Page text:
Marc B. Shapiro, “Answers to Quiz Questions and Other Comments, part 1”, The Seforim Blog (20 February 2012), n. 9 {http://seforim.blogspot.com/2012/02/answers-to-quiz-questions-and-other.html}

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A majority of the Modern Orthodox community supports women rabbis (although not necessarily pulpit rabbis)…

From speaking to many people, my own sense is that a majority of the Modern Orthodox community supports women rabbis (although not necessarily pulpit rabbis). When I say “support,” I mean if asked the question, the reply will be yes. But at the same time, the overwhelming majority of the Modern Orthodox world doesn’t care about this issue at all, and this includes women also. However, I believe that the minority will continue to push this issue, and when women rabbis become a reality, the Modern Orthodox will not reject these women or the congregations that employ them, as we can already see at present with Rabba Hurwitz and other female synagogue rabbis (in everything but name). I think this will happen before the natural development of female poskot who, as already indicated, will by definition be rabbis even without a formal ordination.

Marc B. Shapiro, “Answers to Quiz Questions and Other Comments, part 2”, The Seforim Blog (25 March 2012), n. 7 {http://seforim.blogspot.com/2012/03/answers-to-quiz-questions-and-other.html}

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There certainly remains a wellspring of strong diaspora Jewish support for Israel

There certainly remains a wellspring of strong diaspora Jewish support for Israel, and even for many of its right-wing policies. But that support increasingly is limited to American Orthodox Jews, who themselves are increasingly alienated from the rest of the American Jewish community. (Most Americans who support right-wing Israeli policies are religious Christians, who far outnumber American Jews.) While the high birthrates of the Orthodox point to their growing proportion within the American Jewish community, there could not be an Orthodox majority among American Jews for several more decades. What this means is fairly obvious: If the American political class judges that U.S. interests in the Middle East and in Israel no longer warrant the attention and expense characteristic of the past half century, the power of pro-Israel sentiment in American society is increasingly insufficient to thwart or reverse that judgment.

Dov S. Zakheim, “The Geopolitics of Scripture,” The American Interest (July/August 2012), 16.

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“Just like the idea of Chovevei has grown out of a specific need, the mission of YCT struck a cord with a unique set of students”

Just like the idea of Chovevei has grown out of a specific need, the mission of YCT struck a cord with a unique set of students. The students applying to our rabbinical school feel a calling to serve. They are caring and learned, each a leader in his own way. They are our centerpiece, wishing to change the very face of the Jewish community and world. So refreshing is YCT’s approach that many of our trainees would not be in any rabbinical school were it not for Chovevei.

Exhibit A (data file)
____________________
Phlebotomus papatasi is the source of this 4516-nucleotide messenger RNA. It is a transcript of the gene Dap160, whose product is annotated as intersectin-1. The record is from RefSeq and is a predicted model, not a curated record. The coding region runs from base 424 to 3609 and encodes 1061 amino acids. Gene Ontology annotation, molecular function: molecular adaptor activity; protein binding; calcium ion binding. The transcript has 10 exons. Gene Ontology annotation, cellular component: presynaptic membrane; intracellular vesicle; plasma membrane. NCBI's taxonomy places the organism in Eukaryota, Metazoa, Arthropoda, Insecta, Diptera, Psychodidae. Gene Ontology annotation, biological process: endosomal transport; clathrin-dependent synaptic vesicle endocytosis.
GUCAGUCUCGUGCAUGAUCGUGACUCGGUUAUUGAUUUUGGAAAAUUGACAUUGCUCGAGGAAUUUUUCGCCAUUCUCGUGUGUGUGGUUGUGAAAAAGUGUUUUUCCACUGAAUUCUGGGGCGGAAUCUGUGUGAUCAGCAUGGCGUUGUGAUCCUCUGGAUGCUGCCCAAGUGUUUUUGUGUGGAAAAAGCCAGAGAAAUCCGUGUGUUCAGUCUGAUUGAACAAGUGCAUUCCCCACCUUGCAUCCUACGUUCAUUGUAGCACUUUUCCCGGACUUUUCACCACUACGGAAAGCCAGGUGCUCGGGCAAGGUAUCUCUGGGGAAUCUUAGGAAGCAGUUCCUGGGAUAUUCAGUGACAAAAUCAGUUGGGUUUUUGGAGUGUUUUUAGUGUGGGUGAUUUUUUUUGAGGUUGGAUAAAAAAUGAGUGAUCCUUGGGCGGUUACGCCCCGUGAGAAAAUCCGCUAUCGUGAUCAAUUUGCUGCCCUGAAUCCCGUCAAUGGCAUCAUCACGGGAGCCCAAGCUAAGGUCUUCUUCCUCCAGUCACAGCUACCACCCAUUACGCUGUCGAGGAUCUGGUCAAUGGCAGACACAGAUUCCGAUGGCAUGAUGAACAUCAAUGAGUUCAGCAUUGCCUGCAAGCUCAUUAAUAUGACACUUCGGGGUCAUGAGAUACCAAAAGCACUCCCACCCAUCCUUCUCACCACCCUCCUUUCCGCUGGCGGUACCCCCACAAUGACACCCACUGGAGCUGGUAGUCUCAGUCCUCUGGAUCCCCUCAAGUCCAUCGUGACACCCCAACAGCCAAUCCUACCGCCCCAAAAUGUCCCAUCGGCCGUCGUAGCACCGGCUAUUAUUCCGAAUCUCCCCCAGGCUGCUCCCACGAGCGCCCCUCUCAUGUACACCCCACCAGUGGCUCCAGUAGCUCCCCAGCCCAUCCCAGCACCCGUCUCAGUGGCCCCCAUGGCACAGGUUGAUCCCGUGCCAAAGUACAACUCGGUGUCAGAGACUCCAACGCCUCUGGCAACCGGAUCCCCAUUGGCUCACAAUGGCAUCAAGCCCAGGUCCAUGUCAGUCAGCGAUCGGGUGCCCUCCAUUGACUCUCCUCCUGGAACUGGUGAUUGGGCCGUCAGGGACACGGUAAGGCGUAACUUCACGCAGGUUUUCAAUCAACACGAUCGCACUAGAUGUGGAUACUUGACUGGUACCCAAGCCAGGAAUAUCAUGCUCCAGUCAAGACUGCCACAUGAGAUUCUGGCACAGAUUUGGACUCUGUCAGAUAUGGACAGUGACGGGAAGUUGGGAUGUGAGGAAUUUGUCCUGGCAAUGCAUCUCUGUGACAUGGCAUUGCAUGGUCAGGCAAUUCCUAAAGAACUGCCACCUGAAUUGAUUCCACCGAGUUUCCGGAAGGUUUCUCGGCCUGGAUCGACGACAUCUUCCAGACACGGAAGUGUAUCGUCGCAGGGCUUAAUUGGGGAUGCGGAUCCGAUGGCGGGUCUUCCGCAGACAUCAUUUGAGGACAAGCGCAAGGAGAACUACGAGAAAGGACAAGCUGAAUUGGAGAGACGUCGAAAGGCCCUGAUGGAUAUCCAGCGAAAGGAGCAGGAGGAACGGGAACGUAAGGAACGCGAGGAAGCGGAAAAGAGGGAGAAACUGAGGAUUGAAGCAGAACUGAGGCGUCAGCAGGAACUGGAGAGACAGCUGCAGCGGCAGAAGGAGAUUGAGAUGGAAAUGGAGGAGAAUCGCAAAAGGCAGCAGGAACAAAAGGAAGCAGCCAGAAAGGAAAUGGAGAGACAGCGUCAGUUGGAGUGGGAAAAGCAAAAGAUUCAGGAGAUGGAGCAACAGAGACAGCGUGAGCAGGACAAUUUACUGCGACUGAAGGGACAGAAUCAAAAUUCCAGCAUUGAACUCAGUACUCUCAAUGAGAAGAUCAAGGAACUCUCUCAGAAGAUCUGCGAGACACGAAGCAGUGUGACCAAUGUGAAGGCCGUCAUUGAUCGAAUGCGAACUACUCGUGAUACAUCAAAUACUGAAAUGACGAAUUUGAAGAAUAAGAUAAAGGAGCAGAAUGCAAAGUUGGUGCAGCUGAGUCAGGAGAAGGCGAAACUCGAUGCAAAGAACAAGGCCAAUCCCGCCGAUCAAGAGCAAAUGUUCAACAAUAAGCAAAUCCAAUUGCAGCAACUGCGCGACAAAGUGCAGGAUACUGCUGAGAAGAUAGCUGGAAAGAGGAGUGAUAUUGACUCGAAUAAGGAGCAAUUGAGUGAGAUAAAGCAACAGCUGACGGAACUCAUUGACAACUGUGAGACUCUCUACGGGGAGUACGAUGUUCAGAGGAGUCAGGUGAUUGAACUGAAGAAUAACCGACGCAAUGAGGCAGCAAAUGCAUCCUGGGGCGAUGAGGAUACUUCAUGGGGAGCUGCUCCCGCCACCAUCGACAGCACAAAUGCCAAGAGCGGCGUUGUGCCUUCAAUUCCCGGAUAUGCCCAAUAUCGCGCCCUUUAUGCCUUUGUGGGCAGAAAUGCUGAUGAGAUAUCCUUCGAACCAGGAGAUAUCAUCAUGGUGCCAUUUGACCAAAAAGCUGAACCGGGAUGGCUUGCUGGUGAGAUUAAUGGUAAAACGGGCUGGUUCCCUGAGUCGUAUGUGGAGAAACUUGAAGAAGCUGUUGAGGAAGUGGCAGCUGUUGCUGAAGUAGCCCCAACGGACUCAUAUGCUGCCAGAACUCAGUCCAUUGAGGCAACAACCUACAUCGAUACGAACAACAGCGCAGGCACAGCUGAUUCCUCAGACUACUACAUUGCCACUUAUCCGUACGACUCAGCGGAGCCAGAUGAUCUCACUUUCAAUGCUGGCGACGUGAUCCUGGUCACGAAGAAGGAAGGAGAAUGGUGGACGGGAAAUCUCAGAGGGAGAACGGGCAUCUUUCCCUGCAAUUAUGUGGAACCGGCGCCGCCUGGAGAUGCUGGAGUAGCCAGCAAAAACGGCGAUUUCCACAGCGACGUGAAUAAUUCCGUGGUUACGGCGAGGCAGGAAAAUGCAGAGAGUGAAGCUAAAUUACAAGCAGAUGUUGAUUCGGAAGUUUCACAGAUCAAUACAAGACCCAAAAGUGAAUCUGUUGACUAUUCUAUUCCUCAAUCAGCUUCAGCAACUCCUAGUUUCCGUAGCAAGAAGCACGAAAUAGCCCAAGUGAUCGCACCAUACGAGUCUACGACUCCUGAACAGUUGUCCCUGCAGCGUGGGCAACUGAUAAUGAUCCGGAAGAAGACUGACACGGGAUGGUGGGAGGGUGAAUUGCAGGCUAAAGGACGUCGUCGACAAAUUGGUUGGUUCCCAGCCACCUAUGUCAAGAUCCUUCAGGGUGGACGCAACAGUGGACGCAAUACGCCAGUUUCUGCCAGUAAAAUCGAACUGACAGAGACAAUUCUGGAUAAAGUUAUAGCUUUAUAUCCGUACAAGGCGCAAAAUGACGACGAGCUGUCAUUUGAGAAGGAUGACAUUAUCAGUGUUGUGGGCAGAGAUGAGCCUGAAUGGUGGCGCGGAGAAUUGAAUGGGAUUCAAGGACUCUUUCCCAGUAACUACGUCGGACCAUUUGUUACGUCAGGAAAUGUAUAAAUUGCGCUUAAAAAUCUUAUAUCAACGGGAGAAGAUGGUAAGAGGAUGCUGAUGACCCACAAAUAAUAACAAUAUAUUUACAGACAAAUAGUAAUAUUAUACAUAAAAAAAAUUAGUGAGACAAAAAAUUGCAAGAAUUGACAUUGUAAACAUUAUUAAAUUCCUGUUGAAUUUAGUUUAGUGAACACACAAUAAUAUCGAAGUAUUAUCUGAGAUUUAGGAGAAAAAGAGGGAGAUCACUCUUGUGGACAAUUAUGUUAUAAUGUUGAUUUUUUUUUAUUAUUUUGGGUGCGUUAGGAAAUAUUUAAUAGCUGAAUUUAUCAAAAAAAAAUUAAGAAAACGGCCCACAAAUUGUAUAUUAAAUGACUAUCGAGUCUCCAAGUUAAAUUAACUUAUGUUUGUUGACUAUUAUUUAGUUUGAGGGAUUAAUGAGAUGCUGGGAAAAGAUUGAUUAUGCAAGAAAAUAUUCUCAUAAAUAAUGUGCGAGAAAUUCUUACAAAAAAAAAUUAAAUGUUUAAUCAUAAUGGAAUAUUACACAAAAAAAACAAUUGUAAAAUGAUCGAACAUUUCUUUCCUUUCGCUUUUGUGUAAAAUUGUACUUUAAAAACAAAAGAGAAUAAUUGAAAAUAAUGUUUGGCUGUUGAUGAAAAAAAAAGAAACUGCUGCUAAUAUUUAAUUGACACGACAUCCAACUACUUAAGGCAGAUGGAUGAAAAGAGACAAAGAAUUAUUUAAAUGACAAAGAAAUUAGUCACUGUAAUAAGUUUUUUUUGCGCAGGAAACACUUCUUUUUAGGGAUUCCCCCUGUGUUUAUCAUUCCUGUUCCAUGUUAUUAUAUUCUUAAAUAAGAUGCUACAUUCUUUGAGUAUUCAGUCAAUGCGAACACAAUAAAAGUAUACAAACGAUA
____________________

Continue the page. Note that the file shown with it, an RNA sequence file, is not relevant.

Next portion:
Rabbi Avi Weiss, “A Message from Our Founder and President,” Fourth Annual Gala (New York: Yeshivat Chovevei Torah Rabbinical School, 2007), 13.

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YCT has “fanatically adhered to the Maimonidean rule forbidding responding negatively toward others”

YCT has, to date, consistently and, perhaps, fanatically adhered to the Maimonidean rule forbidding responding negatively toward others. YCT’s curriculum is not only a course of professional study; the quality, quantity, subject selection, and orientations of its instructors provide the discerning reader with a quantifiable and unified ideological self-definition of the kind of Orthodox Judaism that it fosters and offers. As a self-consciously modern (YCT prefers the adjective “Open”) Orthodox Yeshiva, it requires commitment to Jewish law in both theory and practice as a pre-condition for acceptance as a student. But, as an Open Orthodox institution, YCT is open to the insights of non-Orthodox rabbis who can make what it believes to be serious contributions. Academic Talmud is taught by an observant Orthodox rabbi who happens also to teach at the Jewish Theological Seminary, revealing an openness that violates no rule in the classical canon but does deviate from the insular political discipline demanded by Haredi religion. Critical methodology actually empowers the student with the tools to make an autonomous reading of the canon. Since, in Haredi religion, the communal rabbi is authorized only to echo the views of the official “rabbonim and poskim” but not to render an autonomous opinion, however reasoned or defensible within the canons of talmudic hermeneutics, the democratization of independent learning is fraught with danger and is, therefore, off-limits to all but the Haredi gedolim elite. For this reason, academic Talmud undermines “the sanctity of Torah,” precisely because it affords its practitioners the power to render defensible readings and judgments – the original sense of “criticism” – of the canon with unfettered autonomy. Furthermore, Haredi rabbis are, by habit, conditioning, and education, disinclined to speak to the concerns of Conservative synagogues. By founding an institution that trains virtuosi who do not regard the Haredi elite as the ultimate source of rabbinic authority, YCT cannot be deemed to be legitimate to the Haredi elite.

Rabbi Alan J. Yuter, “The Two Contemporary Varieties of Orthodox Judaism,” in Mishpetei Shalom: A Jubilee Volume In Honor of Rabbi Saul (Shalom) Berman, ed. Rabbi Yamin Levy (New York: Yeshivat Chovevei Torah Rabbinical School, 2010), 583-585.